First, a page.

“I Think Every Other Lawyer In Here Knows”

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“I Think Every Other Lawyer In Here Knows”

Published March 27, 2019 in The Daily Record

Republicans tried hard to discredit President Trump’s former personal lawyer Michael Cohen when he appeared before the House Oversight Committee in February. One fascinating line of attack, particularly mounted by Rep. Kelly Armstrong (R. ND), focused on supposed deficits in Cohen’s lawyerly ethics. No one, including Cohen, would hold Cohen up as a professional model, to be sure. Yet in most instances, both those raised in the Committee and those discussed among the commentariat, Cohen seems to have avoided unambiguously unethical behavior.


Take the matter of Cohen’s tapes of attorney-client conversations made without the clients’ knowledge. No one disputes that the taping occurred in New York, which is a one-party consent state, so there is no question the taping was legal. But was it unethical? Armstrong, playing to the audience, commented “I think every other lawyer in here knows exactly where it is on the ethical standard.” Actually, not so much. The question was directly addressed by the American Bar Association Standing Committee on Ethics and Professional Responsibility in 2001, which noted that the ubiquity of recording devices has degraded any client’s expectation of privacy, and that there are many legitimate reasons for a lawyer to tape a client, including “self-protection of the lawyer,” almost certainly the very reason Cohen made the tapes of Trump. If the taping of clients is unethical, the Committee concluded, it must be because the taping was accompanied by other circumstances that made it unethical.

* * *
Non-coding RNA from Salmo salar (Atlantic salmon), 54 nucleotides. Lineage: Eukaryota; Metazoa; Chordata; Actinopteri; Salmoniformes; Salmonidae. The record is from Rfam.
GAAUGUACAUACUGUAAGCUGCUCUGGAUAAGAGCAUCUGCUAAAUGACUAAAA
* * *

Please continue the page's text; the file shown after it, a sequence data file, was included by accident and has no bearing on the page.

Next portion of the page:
Fine, but what about revealing those tapes to the Committee or repeating what was said on the tapes in testimony? It’s true that the tapes were all seized by a Department of Justice investigative team, involuntarily breaching to that extent the confidentiality that may have attended them. But that would not have freed up Cohen to testify about the conversations on them. As to the tapes of Trump at least, however, that confidentiality was waived, both by Trump and by Rudolph Giuliani, his lawyer. Trump claimed an advice-of-counsel defense in tweets on December 13. And Giuliani had publicly claimed in July 2018 that the tapes would vindicate Trump’s denial of involvement in the Stormy Daniels payoff, and prove “powerful exculpatory evidence.” It would have been hard to claim privilege after those statements. And indeed privilege was formally waived by the Trump legal team in early court filings.

The one point about the tapes Armstrong made which may have been right was that Cohen’s proffer to the Committee of tapes he had made of other unspecified clients violated their privilege; we have no reason to assume any waiver on those. Still, as of the moment Armstrong sneered about this, Cohen apparently hadn’t actually turned over the tapes.

Book Deal